Lately, I've been thinking a lot about how justice movements inevitably fall into the trap of respectability. In particular, the Jotería Movement, to which my heart is strongly tied. Fueled by a recent conversation with my friend Michael Hames-García (one of our greatest contemporary thinkers), I started thinking about the ways in which the movement to reclaim the word "Joto" has fallen into the realm of respectability.
In our conversation, I talked about how I thought the word "Joto" in its pejorative context was the same as "Faggot" (also in its pejorative context). Living in México between the ages of 10 and 16 and being easily targeted as a faggot, I heard the word joto a lot. It was an effective weapon, used against other gay boys and myself. It was a way to shut us down, force us to either retreat coyly and embarrassed, or retaliate physically. I found no empowerment in the word then.
It wasn't until my early 20s that I began thinking of the word as a sign of pride. I was in my defiant years, ready to resist and force the world to contend with this brown boy's loves and desires. Calling myself a joto in public gave me strength and certainly got people's attention.
The movement to claim the word joto, and for those identifying other than male, jota, has grown significantly over the years. There is now an Association for Jotería Arts, Activism, and Scholarship, and a burgeoning realm of scholarship, which folks are calling Jotería Studies. The books I publish through Kórima Press now say Jotería Studies in the list of categories on their back covers. We begin to walk the streets and the halls of the academy proudly calling ourselves jotos and jotas, and our straight allies (some more confused than others) stand by our side. We are on a journey forging an identity that is truer to those of us who are queer and brown, certainly truer than "queer" alone.
All of this makes me very happy and very proud to have been a part of efforts (although this movement certainly predates my coming out-- perhaps even my birth) to (re)claim a word meant to cause us harm, a word wielded at us while being attacked verbally, emotionally, and physically. And while the journey is not over (will it ever be?), I have concerns about our collusion with normalization and the politics of respectability.
I love the word "Faggot." In English, it is the word that best describes the revolution I wish to be a part of. What it means pejoratively is precisely what I believe revolution should insist on elevating. When people call us faggots, they are conjuring images of our pervasive and perverted ways. Faggots are not normal. Faggots aren't theoretical outlaws. Faggots are the physical incarnation of sin, that is, the ones who deviate from Catholic and Victorian (both tools of capitalism) sex and sexuality.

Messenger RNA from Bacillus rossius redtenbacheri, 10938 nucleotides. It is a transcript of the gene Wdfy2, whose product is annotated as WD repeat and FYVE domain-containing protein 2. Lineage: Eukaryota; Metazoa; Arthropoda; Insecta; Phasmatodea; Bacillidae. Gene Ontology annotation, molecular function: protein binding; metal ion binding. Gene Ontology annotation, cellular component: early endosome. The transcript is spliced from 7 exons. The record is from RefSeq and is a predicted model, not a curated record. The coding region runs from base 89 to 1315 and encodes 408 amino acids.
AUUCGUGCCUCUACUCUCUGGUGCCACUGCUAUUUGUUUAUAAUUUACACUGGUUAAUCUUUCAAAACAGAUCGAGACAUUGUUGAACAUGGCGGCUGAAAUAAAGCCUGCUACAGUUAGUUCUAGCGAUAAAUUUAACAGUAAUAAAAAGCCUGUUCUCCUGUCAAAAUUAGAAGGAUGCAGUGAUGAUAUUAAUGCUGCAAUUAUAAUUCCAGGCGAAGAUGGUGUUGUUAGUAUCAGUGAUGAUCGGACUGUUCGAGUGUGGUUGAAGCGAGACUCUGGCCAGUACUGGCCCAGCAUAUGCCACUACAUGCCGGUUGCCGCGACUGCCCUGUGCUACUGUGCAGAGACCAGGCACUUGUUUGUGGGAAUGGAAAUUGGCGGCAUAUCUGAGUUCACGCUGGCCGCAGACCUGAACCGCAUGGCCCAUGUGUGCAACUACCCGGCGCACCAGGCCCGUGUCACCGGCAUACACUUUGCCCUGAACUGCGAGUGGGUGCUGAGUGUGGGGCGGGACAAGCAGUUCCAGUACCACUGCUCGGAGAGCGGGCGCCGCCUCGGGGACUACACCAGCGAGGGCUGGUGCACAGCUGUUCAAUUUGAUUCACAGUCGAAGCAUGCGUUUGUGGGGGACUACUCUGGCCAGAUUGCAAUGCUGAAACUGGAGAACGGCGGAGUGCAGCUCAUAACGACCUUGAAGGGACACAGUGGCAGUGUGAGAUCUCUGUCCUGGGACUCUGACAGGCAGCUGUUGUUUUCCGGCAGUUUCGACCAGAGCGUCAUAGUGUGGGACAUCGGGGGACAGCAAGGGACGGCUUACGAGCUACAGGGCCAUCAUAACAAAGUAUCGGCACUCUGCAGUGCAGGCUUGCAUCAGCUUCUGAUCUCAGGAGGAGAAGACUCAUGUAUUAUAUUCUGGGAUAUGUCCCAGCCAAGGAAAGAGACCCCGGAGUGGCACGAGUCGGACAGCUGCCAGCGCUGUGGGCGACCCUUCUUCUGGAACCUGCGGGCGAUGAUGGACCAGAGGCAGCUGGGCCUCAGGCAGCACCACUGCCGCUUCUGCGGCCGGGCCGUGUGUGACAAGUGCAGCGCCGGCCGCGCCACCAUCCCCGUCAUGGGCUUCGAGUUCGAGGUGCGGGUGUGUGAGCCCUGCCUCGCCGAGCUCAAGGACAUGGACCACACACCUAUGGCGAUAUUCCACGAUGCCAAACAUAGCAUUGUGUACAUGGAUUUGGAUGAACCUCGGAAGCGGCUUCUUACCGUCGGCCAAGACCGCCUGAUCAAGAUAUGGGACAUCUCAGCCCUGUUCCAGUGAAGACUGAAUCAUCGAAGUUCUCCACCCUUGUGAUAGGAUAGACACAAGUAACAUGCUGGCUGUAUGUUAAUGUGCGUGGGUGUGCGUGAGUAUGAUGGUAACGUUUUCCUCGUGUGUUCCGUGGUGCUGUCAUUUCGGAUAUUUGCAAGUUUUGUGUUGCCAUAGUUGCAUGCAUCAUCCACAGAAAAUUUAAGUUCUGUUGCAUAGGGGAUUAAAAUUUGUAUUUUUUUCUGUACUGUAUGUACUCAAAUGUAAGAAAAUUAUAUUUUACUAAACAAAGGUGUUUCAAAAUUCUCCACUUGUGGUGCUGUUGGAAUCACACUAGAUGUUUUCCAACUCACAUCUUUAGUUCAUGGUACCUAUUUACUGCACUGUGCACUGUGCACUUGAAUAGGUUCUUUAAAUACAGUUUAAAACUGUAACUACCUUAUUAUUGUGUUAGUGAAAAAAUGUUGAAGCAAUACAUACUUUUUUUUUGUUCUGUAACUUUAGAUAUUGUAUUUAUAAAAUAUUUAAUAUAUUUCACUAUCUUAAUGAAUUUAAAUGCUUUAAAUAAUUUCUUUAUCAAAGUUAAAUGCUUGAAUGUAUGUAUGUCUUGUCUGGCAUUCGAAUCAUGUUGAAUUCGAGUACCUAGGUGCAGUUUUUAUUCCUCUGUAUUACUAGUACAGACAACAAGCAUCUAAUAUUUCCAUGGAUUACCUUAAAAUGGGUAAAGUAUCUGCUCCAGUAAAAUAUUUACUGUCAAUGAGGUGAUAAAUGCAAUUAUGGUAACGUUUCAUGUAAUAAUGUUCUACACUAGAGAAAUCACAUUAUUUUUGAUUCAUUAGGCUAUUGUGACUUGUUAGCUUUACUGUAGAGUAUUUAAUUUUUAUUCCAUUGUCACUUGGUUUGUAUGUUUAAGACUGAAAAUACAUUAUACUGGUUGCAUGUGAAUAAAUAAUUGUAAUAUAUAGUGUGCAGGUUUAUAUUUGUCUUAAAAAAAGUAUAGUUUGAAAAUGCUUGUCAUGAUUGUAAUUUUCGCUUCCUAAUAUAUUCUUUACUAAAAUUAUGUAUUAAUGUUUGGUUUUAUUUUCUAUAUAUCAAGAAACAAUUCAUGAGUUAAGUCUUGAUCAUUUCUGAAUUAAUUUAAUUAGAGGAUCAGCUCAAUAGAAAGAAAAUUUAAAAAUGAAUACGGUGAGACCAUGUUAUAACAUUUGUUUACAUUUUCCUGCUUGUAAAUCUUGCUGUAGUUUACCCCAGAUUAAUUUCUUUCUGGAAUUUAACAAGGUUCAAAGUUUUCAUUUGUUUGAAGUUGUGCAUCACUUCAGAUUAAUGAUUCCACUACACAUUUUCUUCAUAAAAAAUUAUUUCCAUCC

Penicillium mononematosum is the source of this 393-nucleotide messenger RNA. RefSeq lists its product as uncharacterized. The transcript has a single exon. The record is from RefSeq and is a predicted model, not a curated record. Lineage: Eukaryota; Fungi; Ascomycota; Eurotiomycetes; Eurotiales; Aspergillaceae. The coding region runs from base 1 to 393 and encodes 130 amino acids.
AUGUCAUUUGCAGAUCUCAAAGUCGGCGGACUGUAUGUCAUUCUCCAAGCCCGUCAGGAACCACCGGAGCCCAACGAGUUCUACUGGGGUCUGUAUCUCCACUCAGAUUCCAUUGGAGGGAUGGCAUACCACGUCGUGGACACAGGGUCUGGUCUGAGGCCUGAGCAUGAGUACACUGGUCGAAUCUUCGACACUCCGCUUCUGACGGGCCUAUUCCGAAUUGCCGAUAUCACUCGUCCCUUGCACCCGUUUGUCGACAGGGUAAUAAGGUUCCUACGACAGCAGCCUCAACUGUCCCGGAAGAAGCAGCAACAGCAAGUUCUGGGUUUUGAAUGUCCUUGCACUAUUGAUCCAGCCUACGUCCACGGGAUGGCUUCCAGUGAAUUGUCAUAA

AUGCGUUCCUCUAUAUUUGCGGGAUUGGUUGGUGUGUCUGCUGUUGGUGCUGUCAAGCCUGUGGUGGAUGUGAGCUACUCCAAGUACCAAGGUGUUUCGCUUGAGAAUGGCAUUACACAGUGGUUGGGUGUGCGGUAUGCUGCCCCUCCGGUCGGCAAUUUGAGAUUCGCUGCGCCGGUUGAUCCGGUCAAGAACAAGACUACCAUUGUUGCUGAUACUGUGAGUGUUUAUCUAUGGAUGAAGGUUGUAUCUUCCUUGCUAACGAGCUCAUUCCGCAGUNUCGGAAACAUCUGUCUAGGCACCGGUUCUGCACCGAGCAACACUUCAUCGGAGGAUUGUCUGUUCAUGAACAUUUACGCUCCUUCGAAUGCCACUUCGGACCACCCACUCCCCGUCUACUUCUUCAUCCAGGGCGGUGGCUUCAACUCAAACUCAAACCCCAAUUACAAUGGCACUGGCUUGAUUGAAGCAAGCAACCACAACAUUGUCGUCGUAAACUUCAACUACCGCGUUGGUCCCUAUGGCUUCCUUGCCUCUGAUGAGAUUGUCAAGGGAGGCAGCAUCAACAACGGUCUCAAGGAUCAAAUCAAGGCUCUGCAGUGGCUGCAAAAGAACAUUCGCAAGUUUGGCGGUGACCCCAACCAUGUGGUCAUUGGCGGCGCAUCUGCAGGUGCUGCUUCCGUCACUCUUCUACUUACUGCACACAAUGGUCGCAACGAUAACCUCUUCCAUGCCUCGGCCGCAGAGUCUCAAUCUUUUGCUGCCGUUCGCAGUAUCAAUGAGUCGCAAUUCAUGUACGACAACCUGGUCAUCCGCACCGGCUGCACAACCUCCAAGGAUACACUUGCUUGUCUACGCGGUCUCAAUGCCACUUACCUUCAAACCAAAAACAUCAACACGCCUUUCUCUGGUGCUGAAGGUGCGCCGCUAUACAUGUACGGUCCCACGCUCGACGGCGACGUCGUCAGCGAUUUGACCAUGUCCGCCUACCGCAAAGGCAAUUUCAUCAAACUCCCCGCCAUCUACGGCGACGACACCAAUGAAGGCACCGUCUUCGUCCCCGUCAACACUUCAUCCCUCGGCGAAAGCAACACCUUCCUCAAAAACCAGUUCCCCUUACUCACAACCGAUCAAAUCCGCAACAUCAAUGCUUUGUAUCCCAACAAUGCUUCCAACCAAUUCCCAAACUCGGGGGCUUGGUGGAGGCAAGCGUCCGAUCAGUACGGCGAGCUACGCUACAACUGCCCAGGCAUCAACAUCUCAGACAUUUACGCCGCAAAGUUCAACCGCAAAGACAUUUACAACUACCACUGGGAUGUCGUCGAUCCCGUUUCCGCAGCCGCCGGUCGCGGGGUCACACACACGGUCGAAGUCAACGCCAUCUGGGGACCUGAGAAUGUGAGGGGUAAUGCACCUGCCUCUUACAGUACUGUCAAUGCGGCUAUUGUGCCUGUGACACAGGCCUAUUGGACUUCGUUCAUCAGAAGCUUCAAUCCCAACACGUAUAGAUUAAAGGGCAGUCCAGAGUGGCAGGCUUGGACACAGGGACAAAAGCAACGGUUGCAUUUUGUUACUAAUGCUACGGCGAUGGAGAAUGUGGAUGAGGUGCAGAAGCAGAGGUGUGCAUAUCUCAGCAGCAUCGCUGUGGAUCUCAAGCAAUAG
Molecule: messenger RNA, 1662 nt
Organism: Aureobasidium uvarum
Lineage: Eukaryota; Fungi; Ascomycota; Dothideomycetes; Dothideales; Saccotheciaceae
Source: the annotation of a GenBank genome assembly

Faggots are perverts and deviants. Faggots are revolutionaries. What we pervert and what we deviate from are structures and systems of loving and desiring that have long served to control human possibility. Faggots assert their agency. Faggots embody self-determination. Faggots are among those standing at the forefront of sexual revolutions, revolutions striving to create a world where all people hold the freedom of choice in their own hands. Faggots are the antithesis of the Gay and Lesbian Movement-- inherently and necessarily so.
I said earlier that faggot and joto are the same thing in their most pejorative form. Jotos are perverts, are sexual deviants in the eyes of our culturas. However, faggot, in its (re)claiming has held those things it describes pejoratively as the crux of our pride and defiance. Joto, on the other hand, has not.
Joto and Faggot in the realm of reclamation are not synonymous. The Joto movement I have been a part of and am helping shape with my own writing, is not a movement of perverts and sexual deviants. We are becoming respectable. We are professionalizing and mainstreaming our identity, making ourselves palatable to others, perhaps to attract and retain allies. (But aren't true allies those who stand by us in our most radical state?) Sure, we scandalize our families and non-joto communities by calling ourselves this, and these moments are beautiful, albeit painful, reminders of who we continue to be in the context of our culturas. And this is beautiful.
This is not meant as an admonishment, but an invitation to pause, to think about what we mean when we call ourselves jotas and jotos. There is no revolution in respectability. We have the opportunity to push and dismantle boundaries and barriers. Ours is the task of imagining new, greater, broader, freer ways of loving and desiring. We are the perverts we have been waiting for. The deviants our culturas need, those who defiantly walk the streets and the halls of the academy with our head held high, the scent of our lover's (or lovers') bodies on our lips. If we are to be the body politic, let the body be political. Let our lovemaking be an explicit act of resistance, a forging of a larger world. Let us bask in the power of knowing that we are a threat to society, to our own culturas. Let us return to our defiled state and re-root our pride and our wisdom recognizing what it fully means to be inheritors of untamed wild tongues and theories of the flesh.